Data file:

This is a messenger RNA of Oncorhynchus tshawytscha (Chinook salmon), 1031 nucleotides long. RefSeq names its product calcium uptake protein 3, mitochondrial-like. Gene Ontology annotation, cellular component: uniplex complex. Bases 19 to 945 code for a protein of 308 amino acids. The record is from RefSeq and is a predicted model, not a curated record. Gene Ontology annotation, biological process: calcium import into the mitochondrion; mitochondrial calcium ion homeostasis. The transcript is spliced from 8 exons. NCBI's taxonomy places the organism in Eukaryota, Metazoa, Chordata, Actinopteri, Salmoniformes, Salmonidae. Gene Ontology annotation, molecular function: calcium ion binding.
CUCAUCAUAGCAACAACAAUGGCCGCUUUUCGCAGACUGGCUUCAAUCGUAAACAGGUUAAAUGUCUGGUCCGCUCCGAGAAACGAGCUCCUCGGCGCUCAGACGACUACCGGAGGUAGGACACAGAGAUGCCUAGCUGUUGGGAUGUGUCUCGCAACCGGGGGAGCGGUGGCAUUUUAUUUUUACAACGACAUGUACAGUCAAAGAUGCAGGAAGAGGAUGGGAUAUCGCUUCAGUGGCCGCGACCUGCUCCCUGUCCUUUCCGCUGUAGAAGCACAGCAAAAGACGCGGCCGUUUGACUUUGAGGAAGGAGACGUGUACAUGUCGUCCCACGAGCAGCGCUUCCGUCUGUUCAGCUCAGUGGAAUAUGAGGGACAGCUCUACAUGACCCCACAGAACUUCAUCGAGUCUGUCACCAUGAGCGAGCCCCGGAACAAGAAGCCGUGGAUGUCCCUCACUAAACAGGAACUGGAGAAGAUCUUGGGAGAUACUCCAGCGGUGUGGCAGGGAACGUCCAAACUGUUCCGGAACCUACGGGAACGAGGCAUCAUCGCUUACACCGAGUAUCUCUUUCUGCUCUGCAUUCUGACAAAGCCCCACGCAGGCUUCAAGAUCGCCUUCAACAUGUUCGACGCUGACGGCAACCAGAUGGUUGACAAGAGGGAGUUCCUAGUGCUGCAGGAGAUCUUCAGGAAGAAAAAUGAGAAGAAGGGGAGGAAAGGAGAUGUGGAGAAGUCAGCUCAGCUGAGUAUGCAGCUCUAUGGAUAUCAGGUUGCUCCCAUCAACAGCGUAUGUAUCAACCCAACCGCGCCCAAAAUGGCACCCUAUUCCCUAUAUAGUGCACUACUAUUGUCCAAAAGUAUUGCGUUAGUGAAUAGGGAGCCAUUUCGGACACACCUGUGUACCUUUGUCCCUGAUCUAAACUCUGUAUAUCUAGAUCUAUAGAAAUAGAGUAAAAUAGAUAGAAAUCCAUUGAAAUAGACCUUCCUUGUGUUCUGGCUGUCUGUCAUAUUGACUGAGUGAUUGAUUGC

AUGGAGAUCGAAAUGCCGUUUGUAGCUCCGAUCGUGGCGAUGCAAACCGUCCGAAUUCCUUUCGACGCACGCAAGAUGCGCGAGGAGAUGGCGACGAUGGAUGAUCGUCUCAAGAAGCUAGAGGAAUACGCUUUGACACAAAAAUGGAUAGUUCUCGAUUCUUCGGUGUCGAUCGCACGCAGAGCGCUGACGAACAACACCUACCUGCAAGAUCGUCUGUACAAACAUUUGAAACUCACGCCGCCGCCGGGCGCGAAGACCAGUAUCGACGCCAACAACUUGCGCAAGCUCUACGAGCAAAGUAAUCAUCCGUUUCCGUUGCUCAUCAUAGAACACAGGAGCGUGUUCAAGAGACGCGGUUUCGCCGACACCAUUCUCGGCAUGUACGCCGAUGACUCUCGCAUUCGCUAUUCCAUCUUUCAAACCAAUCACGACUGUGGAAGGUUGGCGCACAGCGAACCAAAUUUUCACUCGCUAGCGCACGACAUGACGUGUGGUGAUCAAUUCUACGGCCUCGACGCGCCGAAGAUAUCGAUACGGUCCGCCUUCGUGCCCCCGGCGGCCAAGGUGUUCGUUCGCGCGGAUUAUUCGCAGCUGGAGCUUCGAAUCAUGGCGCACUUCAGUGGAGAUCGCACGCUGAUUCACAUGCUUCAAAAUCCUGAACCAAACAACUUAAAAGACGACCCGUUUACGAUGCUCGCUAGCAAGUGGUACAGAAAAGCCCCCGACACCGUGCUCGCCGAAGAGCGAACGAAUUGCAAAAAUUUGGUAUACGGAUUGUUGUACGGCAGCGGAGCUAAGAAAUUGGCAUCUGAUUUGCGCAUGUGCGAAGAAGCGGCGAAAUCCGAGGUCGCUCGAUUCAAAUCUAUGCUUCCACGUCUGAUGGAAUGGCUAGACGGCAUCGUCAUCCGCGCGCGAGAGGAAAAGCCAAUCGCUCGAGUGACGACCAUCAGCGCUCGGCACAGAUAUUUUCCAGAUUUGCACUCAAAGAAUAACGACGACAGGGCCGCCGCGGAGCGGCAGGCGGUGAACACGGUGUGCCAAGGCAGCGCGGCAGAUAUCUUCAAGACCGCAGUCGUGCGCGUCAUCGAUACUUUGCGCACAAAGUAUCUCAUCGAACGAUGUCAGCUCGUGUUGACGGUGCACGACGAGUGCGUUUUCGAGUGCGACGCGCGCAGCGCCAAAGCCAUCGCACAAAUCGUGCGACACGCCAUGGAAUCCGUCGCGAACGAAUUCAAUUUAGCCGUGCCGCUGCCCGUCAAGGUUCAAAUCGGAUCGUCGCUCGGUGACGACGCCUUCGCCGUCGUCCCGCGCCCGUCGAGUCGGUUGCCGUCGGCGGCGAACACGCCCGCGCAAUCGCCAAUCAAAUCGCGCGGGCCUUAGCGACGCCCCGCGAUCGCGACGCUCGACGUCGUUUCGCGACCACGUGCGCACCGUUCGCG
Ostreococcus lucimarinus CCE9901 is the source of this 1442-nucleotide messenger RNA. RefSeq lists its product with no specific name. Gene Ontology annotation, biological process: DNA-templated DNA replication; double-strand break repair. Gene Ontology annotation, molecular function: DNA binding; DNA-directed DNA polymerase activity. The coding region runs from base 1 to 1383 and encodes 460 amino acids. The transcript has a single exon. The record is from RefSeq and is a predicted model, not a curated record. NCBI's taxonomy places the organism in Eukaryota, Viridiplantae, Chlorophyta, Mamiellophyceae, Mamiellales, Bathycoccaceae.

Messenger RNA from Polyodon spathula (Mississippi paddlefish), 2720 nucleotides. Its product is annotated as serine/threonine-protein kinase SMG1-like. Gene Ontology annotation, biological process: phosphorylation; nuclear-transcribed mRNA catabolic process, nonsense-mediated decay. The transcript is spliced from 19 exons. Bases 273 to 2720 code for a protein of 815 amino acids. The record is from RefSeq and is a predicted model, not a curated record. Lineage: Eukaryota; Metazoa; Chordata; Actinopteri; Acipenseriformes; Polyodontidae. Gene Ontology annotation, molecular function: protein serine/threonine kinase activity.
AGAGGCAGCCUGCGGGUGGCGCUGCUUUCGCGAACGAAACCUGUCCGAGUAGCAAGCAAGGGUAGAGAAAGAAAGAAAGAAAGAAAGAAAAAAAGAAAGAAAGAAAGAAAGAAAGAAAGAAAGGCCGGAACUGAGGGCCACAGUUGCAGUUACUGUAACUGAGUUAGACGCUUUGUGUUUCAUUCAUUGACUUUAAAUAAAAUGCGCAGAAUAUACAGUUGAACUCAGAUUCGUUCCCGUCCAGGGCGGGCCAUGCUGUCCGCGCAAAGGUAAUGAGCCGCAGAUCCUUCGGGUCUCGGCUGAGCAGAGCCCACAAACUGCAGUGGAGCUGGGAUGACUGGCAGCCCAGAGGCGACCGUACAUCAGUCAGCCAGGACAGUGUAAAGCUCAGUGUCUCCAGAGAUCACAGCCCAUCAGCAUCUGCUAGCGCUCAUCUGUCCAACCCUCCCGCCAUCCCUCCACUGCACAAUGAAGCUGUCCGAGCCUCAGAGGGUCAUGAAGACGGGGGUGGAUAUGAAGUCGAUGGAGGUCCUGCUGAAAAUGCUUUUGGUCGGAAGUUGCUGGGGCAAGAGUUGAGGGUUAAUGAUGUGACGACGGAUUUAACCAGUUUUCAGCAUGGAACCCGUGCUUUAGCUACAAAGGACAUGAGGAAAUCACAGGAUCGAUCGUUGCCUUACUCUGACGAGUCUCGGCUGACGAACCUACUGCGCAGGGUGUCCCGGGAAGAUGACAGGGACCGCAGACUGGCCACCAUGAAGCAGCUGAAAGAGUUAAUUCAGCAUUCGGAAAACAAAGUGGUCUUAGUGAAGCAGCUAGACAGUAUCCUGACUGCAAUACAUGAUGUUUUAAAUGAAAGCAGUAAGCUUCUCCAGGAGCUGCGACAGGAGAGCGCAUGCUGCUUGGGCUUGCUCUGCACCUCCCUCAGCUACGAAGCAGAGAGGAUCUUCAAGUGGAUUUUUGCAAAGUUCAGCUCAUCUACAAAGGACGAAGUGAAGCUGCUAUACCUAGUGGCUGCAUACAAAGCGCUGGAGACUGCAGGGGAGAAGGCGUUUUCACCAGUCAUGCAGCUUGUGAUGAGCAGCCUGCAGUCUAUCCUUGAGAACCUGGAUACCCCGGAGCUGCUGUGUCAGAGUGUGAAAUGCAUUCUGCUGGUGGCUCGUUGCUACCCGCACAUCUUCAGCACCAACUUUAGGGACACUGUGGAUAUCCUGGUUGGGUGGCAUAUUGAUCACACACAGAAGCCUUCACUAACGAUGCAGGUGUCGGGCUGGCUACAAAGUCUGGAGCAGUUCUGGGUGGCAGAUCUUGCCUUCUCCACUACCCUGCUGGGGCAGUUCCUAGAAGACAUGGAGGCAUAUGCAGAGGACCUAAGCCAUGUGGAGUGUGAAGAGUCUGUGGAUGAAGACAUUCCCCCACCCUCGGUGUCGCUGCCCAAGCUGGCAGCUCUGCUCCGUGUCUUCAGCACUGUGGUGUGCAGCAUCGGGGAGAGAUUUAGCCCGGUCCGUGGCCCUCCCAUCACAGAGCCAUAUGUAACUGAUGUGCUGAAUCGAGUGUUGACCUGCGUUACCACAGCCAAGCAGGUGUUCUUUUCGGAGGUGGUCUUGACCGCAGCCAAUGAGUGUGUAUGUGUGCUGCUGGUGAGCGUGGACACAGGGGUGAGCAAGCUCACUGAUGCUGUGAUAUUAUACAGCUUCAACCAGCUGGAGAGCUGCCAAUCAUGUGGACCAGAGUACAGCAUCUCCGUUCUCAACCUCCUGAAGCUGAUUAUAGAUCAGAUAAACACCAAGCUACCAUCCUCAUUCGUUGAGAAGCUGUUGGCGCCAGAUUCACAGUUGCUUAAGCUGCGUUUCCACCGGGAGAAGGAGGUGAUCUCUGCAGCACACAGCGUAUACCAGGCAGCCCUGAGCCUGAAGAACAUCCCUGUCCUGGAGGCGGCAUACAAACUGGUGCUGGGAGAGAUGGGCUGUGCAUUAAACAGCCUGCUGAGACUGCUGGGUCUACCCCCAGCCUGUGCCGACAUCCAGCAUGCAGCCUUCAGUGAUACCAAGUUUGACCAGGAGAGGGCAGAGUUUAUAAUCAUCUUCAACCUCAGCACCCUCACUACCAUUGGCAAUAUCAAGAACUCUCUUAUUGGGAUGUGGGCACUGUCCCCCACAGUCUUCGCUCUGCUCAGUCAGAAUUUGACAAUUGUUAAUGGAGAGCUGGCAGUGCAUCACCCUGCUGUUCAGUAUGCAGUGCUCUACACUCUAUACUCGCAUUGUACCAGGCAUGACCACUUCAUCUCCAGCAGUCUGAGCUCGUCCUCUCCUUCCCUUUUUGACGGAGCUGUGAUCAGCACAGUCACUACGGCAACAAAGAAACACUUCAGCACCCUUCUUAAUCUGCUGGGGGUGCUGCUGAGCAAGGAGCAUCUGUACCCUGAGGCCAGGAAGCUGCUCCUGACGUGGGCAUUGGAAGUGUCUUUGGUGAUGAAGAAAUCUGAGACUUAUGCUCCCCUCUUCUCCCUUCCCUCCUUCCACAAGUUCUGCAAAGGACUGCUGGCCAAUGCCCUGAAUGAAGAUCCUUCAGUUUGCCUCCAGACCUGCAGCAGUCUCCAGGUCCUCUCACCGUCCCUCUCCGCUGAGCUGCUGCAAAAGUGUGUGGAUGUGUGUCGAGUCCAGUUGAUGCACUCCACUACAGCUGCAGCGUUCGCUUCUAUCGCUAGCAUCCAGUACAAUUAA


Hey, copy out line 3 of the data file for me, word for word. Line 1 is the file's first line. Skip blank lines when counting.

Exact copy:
AUGGAGAUCGAAAUGCCGUUUGUAGCUCCGAUCGUGGCGAUGCAAACCGUCCGAAUUCCUUUCGACGCACGCAAGAUGCGCGAGGAGAUGGCGACGAUGGAUGAUCGUCUCAAGAAGCUAGAGGAAUACGCUUUGACACAAAAAUGGAUAGUUCUCGAUUCUUCGGUGUCGAUCGCACGCAGAGCGCUGACGAACAACACCUACCUGCAAGAUCGUCUGUACAAACAUUUGAAACUCACGCCGCCGCCGGGCGCGAAGACCAGUAUCGACGCCAACAACUUGCGCAAGCUCUACGAGCAAAGUAAUCAUCCGUUUCCGUUGCUCAUCAUAGAACACAGGAGCGUGUUCAAGAGACGCGGUUUCGCCGACACCAUUCUCGGCAUGUACGCCGAUGACUCUCGCAUUCGCUAUUCCAUCUUUCAAACCAAUCACGACUGUGGAAGGUUGGCGCACAGCGAACCAAAUUUUCACUCGCUAGCGCACGACAUGACGUGUGGUGAUCAAUUCUACGGCCUCGACGCGCCGAAGAUAUCGAUACGGUCCGCCUUCGUGCCCCCGGCGGCCAAGGUGUUCGUUCGCGCGGAUUAUUCGCAGCUGGAGCUUCGAAUCAUGGCGCACUUCAGUGGAGAUCGCACGCUGAUUCACAUGCUUCAAAAUCCUGAACCAAACAACUUAAAAGACGACCCGUUUACGAUGCUCGCUAGCAAGUGGUACAGAAAAGCCCCCGACACCGUGCUCGCCGAAGAGCGAACGAAUUGCAAAAAUUUGGUAUACGGAUUGUUGUACGGCAGCGGAGCUAAGAAAUUGGCAUCUGAUUUGCGCAUGUGCGAAGAAGCGGCGAAAUCCGAGGUCGCUCGAUUCAAAUCUAUGCUUCCACGUCUGAUGGAAUGGCUAGACGGCAUCGUCAUCCGCGCGCGAGAGGAAAAGCCAAUCGCUCGAGUGACGACCAUCAGCGCUCGGCACAGAUAUUUUCCAGAUUUGCACUCAAAGAAUAACGACGACAGGGCCGCCGCGGAGCGGCAGGCGGUGAACACGGUGUGCCAAGGCAGCGCGGCAGAUAUCUUCAAGACCGCAGUCGUGCGCGUCAUCGAUACUUUGCGCACAAAGUAUCUCAUCGAACGAUGUCAGCUCGUGUUGACGGUGCACGACGAGUGCGUUUUCGAGUGCGACGCGCGCAGCGCCAAAGCCAUCGCACAAAUCGUGCGACACGCCAUGGAAUCCGUCGCGAACGAAUUCAAUUUAGCCGUGCCGCUGCCCGUCAAGGUUCAAAUCGGAUCGUCGCUCGGUGACGACGCCUUCGCCGUCGUCCCGCGCCCGUCGAGUCGGUUGCCGUCGGCGGCGAACACGCCCGCGCAAUCGCCAAUCAAAUCGCGCGGGCCUUAGCGACGCCCCGCGAUCGCGACGCUCGACGUCGUUUCGCGACCACGUGCGCACCGUUCGCG